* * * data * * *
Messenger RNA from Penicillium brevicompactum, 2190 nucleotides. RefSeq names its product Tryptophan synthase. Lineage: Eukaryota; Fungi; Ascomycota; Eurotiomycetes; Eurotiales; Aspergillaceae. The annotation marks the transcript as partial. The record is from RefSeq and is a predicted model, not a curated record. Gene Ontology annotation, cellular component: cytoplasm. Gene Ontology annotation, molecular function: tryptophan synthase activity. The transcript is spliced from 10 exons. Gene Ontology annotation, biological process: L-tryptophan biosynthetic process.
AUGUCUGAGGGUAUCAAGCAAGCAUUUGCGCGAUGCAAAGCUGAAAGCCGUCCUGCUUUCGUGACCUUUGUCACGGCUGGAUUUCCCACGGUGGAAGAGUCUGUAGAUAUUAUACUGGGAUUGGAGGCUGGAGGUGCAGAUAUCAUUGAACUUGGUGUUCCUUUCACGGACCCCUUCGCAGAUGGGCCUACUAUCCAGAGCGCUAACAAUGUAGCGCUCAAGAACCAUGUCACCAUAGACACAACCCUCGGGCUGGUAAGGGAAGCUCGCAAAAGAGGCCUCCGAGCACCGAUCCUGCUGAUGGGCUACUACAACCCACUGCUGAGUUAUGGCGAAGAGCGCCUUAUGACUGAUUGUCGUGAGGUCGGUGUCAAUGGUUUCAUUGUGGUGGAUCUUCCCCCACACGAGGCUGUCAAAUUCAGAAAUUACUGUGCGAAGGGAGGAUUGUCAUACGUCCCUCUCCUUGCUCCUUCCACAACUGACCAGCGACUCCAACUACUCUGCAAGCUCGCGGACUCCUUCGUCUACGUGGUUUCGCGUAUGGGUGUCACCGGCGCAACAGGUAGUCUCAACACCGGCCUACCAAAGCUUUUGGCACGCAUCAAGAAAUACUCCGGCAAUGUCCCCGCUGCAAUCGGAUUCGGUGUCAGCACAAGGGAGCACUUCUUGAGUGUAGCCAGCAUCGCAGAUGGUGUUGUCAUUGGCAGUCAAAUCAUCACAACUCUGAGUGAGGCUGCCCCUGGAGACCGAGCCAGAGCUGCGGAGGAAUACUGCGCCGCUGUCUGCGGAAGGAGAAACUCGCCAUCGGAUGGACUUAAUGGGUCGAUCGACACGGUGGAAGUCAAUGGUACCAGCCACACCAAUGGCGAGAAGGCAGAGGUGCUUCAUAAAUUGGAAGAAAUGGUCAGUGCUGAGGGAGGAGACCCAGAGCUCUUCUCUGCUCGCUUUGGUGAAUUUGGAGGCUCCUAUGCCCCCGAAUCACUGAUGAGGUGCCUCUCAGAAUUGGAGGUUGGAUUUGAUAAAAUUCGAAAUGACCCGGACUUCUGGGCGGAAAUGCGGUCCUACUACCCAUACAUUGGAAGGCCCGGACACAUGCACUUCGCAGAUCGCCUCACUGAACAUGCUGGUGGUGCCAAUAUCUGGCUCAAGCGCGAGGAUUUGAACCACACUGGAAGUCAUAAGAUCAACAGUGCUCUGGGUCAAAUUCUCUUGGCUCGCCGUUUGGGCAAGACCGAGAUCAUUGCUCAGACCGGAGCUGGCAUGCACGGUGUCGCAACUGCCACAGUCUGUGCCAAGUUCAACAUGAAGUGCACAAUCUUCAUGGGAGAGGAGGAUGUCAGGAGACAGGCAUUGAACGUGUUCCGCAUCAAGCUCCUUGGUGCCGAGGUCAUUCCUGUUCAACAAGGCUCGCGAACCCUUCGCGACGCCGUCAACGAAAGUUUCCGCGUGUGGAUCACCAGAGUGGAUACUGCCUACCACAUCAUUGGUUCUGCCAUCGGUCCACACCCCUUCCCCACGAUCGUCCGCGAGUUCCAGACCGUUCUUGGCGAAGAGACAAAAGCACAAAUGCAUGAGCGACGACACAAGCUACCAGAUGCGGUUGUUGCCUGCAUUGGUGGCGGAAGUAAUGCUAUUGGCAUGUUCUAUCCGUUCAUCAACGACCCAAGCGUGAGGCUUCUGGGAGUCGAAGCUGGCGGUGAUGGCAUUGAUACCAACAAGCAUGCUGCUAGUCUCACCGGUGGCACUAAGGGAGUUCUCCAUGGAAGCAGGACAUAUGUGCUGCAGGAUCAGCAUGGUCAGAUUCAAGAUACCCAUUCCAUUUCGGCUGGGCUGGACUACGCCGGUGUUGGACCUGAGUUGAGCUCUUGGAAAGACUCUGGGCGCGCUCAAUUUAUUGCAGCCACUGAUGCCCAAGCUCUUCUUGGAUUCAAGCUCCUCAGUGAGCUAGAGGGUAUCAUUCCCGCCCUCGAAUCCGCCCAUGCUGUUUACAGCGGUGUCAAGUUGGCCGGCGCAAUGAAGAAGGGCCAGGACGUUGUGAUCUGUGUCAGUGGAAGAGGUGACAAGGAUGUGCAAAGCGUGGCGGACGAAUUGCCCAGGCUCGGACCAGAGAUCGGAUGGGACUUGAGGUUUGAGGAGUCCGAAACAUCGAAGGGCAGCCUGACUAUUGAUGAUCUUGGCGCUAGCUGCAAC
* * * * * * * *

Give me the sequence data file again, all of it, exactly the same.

Messenger RNA from Penicillium brevicompactum, 2190 nucleotides. RefSeq names its product Tryptophan synthase. Lineage: Eukaryota; Fungi; Ascomycota; Eurotiomycetes; Eurotiales; Aspergillaceae. The annotation marks the transcript as partial. The record is from RefSeq and is a predicted model, not a curated record. Gene Ontology annotation, cellular component: cytoplasm. Gene Ontology annotation, molecular function: tryptophan synthase activity. The transcript is spliced from 10 exons. Gene Ontology annotation, biological process: L-tryptophan biosynthetic process.
AUGUCUGAGGGUAUCAAGCAAGCAUUUGCGCGAUGCAAAGCUGAAAGCCGUCCUGCUUUCGUGACCUUUGUCACGGCUGGAUUUCCCACGGUGGAAGAGUCUGUAGAUAUUAUACUGGGAUUGGAGGCUGGAGGUGCAGAUAUCAUUGAACUUGGUGUUCCUUUCACGGACCCCUUCGCAGAUGGGCCUACUAUCCAGAGCGCUAACAAUGUAGCGCUCAAGAACCAUGUCACCAUAGACACAACCCUCGGGCUGGUAAGGGAAGCUCGCAAAAGAGGCCUCCGAGCACCGAUCCUGCUGAUGGGCUACUACAACCCACUGCUGAGUUAUGGCGAAGAGCGCCUUAUGACUGAUUGUCGUGAGGUCGGUGUCAAUGGUUUCAUUGUGGUGGAUCUUCCCCCACACGAGGCUGUCAAAUUCAGAAAUUACUGUGCGAAGGGAGGAUUGUCAUACGUCCCUCUCCUUGCUCCUUCCACAACUGACCAGCGACUCCAACUACUCUGCAAGCUCGCGGACUCCUUCGUCUACGUGGUUUCGCGUAUGGGUGUCACCGGCGCAACAGGUAGUCUCAACACCGGCCUACCAAAGCUUUUGGCACGCAUCAAGAAAUACUCCGGCAAUGUCCCCGCUGCAAUCGGAUUCGGUGUCAGCACAAGGGAGCACUUCUUGAGUGUAGCCAGCAUCGCAGAUGGUGUUGUCAUUGGCAGUCAAAUCAUCACAACUCUGAGUGAGGCUGCCCCUGGAGACCGAGCCAGAGCUGCGGAGGAAUACUGCGCCGCUGUCUGCGGAAGGAGAAACUCGCCAUCGGAUGGACUUAAUGGGUCGAUCGACACGGUGGAAGUCAAUGGUACCAGCCACACCAAUGGCGAGAAGGCAGAGGUGCUUCAUAAAUUGGAAGAAAUGGUCAGUGCUGAGGGAGGAGACCCAGAGCUCUUCUCUGCUCGCUUUGGUGAAUUUGGAGGCUCCUAUGCCCCCGAAUCACUGAUGAGGUGCCUCUCAGAAUUGGAGGUUGGAUUUGAUAAAAUUCGAAAUGACCCGGACUUCUGGGCGGAAAUGCGGUCCUACUACCCAUACAUUGGAAGGCCCGGACACAUGCACUUCGCAGAUCGCCUCACUGAACAUGCUGGUGGUGCCAAUAUCUGGCUCAAGCGCGAGGAUUUGAACCACACUGGAAGUCAUAAGAUCAACAGUGCUCUGGGUCAAAUUCUCUUGGCUCGCCGUUUGGGCAAGACCGAGAUCAUUGCUCAGACCGGAGCUGGCAUGCACGGUGUCGCAACUGCCACAGUCUGUGCCAAGUUCAACAUGAAGUGCACAAUCUUCAUGGGAGAGGAGGAUGUCAGGAGACAGGCAUUGAACGUGUUCCGCAUCAAGCUCCUUGGUGCCGAGGUCAUUCCUGUUCAACAAGGCUCGCGAACCCUUCGCGACGCCGUCAACGAAAGUUUCCGCGUGUGGAUCACCAGAGUGGAUACUGCCUACCACAUCAUUGGUUCUGCCAUCGGUCCACACCCCUUCCCCACGAUCGUCCGCGAGUUCCAGACCGUUCUUGGCGAAGAGACAAAAGCACAAAUGCAUGAGCGACGACACAAGCUACCAGAUGCGGUUGUUGCCUGCAUUGGUGGCGGAAGUAAUGCUAUUGGCAUGUUCUAUCCGUUCAUCAACGACCCAAGCGUGAGGCUUCUGGGAGUCGAAGCUGGCGGUGAUGGCAUUGAUACCAACAAGCAUGCUGCUAGUCUCACCGGUGGCACUAAGGGAGUUCUCCAUGGAAGCAGGACAUAUGUGCUGCAGGAUCAGCAUGGUCAGAUUCAAGAUACCCAUUCCAUUUCGGCUGGGCUGGACUACGCCGGUGUUGGACCUGAGUUGAGCUCUUGGAAAGACUCUGGGCGCGCUCAAUUUAUUGCAGCCACUGAUGCCCAAGCUCUUCUUGGAUUCAAGCUCCUCAGUGAGCUAGAGGGUAUCAUUCCCGCCCUCGAAUCCGCCCAUGCUGUUUACAGCGGUGUCAAGUUGGCCGGCGCAAUGAAGAAGGGCCAGGACGUUGUGAUCUGUGUCAGUGGAAGAGGUGACAAGGAUGUGCAAAGCGUGGCGGACGAAUUGCCCAGGCUCGGACCAGAGAUCGGAUGGGACUUGAGGUUUGAGGAGUCCGAAACAUCGAAGGGCAGCCUGACUAUUGAUGAUCUUGGCGCUAGCUGCAAC